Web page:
Whenever the topic of creating generational wealth comes up, people tend to envision John D. Rockefeller or Andrew Carnegie-type moguls amassing billions of dollars and passing their wealth on to the next generation, who in turn generate more wealth for the following generation and so on. Not me. I see the face of my grandmother, Louise Roach, and while she was as hard-working as the day was long, there was no mistaking her for some titan of industry or genius entrepreneur.
She was no rags-to-riches character either. She lived a tough life, frequently punctuated by tribulation and grief. Yet without need of divine intervention or a winning lottery ticket, she managed to create the makings of several generations of wealth.
Grandma was pregnant and gave birth to my mother, her first child, at age 16. She never finished high school and my grandfather was a moonshiner and rolling stone with no intention of being a family man. Unable to raise my mother on her own, Grandma left my mom behind in Danville, Virginia, with her own mother, and moved to 1950’s Harlem to seek a better life. Grandma soon found a job working at a cleaner’s for $200 per month, the inflation-adjusted equivalent of about $2,200 per month today.
So how did Grandma manage to create generational wealth, all while living on less than what Carnegie probably spent on cigars? It had nothing to do with a huge bag of money or attending financial literacy seminars.
My grandmother saved enough money on that meager salary to put a down-payment on a modest, $25,000 two-family house in the Laconia Section of the Bronx, even though the sale price was the equivalent of more than 10 years of her salary.
I don’t know how much of a mortgage she was able to get when she bought it or if she was turned down like so many African Americans back then. What I do know is that she never missed a payment on it and by the time of her passing, that house was fully paid off. Her Volkswagen Jetta was, too.
She lived below her means and made sure to save a portion of every paycheck. From my memories of her, she was extremely frugal and money-conscious. She had no credit card debt, tax liens, or debt of any kind and she’d even managed to save an additional $43,000.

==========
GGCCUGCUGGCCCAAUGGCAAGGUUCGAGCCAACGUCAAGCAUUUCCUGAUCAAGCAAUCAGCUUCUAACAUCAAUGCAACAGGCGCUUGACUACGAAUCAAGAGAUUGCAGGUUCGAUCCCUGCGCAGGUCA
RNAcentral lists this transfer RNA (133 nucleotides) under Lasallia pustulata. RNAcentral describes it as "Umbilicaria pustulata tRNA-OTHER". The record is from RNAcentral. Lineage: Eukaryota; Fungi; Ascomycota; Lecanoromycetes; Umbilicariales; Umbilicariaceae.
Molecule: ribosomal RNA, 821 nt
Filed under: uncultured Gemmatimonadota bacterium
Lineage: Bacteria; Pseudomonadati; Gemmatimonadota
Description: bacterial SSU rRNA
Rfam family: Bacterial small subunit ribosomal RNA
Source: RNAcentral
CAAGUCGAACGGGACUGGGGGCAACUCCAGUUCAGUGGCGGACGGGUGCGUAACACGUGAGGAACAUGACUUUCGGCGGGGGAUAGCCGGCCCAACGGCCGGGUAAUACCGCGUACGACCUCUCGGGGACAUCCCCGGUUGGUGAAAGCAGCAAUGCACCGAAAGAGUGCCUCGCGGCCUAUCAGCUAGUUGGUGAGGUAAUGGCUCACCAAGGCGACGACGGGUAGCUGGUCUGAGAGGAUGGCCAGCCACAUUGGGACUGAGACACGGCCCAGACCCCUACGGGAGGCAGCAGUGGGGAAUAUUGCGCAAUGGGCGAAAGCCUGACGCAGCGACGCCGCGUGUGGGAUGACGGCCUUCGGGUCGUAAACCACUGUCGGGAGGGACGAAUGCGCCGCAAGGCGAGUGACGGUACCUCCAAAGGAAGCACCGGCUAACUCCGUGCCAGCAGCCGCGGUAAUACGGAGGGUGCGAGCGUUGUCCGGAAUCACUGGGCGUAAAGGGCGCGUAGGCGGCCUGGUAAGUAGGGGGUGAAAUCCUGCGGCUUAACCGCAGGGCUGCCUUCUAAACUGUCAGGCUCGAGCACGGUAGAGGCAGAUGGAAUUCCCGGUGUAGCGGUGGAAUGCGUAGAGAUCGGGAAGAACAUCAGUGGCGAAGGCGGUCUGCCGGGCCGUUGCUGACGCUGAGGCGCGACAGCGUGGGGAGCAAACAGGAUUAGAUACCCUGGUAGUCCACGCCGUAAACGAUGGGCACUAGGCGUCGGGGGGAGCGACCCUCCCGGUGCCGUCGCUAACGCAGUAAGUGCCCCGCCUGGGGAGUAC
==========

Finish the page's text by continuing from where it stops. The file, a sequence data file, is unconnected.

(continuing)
I would estimate that this, combined with the value of her car and house at the time, meant she had a net worth of well over $110,000, the equivalent of $226,631 today. All this wealth built by a woman who worked at a dry cleaner’s her whole life.
Tragically, we lost my mom at the young age of 51 to breast cancer, so when Grandma eventually passed, she left the house to her then-husband. She allocated $13,000 of her savings for her funeral expenses and willed the remainder of her money in equal $10,000 proportions to her three grandchildren; me, my brother John, and my sister Karla. We also got a bunch of silver Kennedy half-dollar coins which Grandma had dutifully saved.
James Baldwin wrote that, “Children have never been very good at listening to their elders, but they have never failed to imitate them.” Fittingly, in the movie of my life there is no scene of Grandma sitting us down and explaining how to build wealth through savings and investment. There is only the shining example she set of how to think and behave like a millionaire or billionaire even when you were starting from the bottom.
In many families, her inspiring story of wealth-building would have ended right there. The next generation would go on to squander their inheritance on things that maintain no long-term value, leaving little or nothing to pass on to the next generation, and resetting the wealth created by the previous generation back to zero. Especially in today’s landscape, when some 60 percent of millennials earning over $100,000 a year say that they’re living paycheck to paycheck.
But my grandmother passed on her millionaire’s mindset. She understood that where she was in life wasn’t her fault, but it was her responsibility to fix it. She never looked at money as a toy to be spent on things that don’t hold any value or generate income. She saw it as a tool to invest in her family’s future, and she taught us her money values through example.
I used the $10,000 legacy my grandma left me to open a Charles Schwab account in 1993 and began to invest that money in stocks. As my stock portfolio began to dramatically grow my net worth, I started investing in real estate. I also started my own business and invested the profits from that business into multi-family and commercial real estate properties.
Many years later, I became an angel and private equity investor. I even bought my grandmother’s house out of the $245,000 reverse mortgage that her husband had set up to fund his retirement before his death. I still own that house today, though it’s now worth over $700,000.
I continue to pass on to my own kids the example and lessons handed down from my grandmother so that when I’m gone, they’ll have more wealth than I, as well as the tools to keep it growing and eventually pass it on to their children. If ever they should require a reminder of that priceless legacy, they need look no further than the stack of silver Kennedy half-dollar coins that still hold pride of place at my bedside.
Cedric Nash is an entrepreneur and investor and founder of The Black Wealth Summit. He is also the author of Why Should White Guys Have All the Wealth? How You Can Become a Millionaire Starting from the Bottom, which is out now.
All views expressed in this article are the author’s own.
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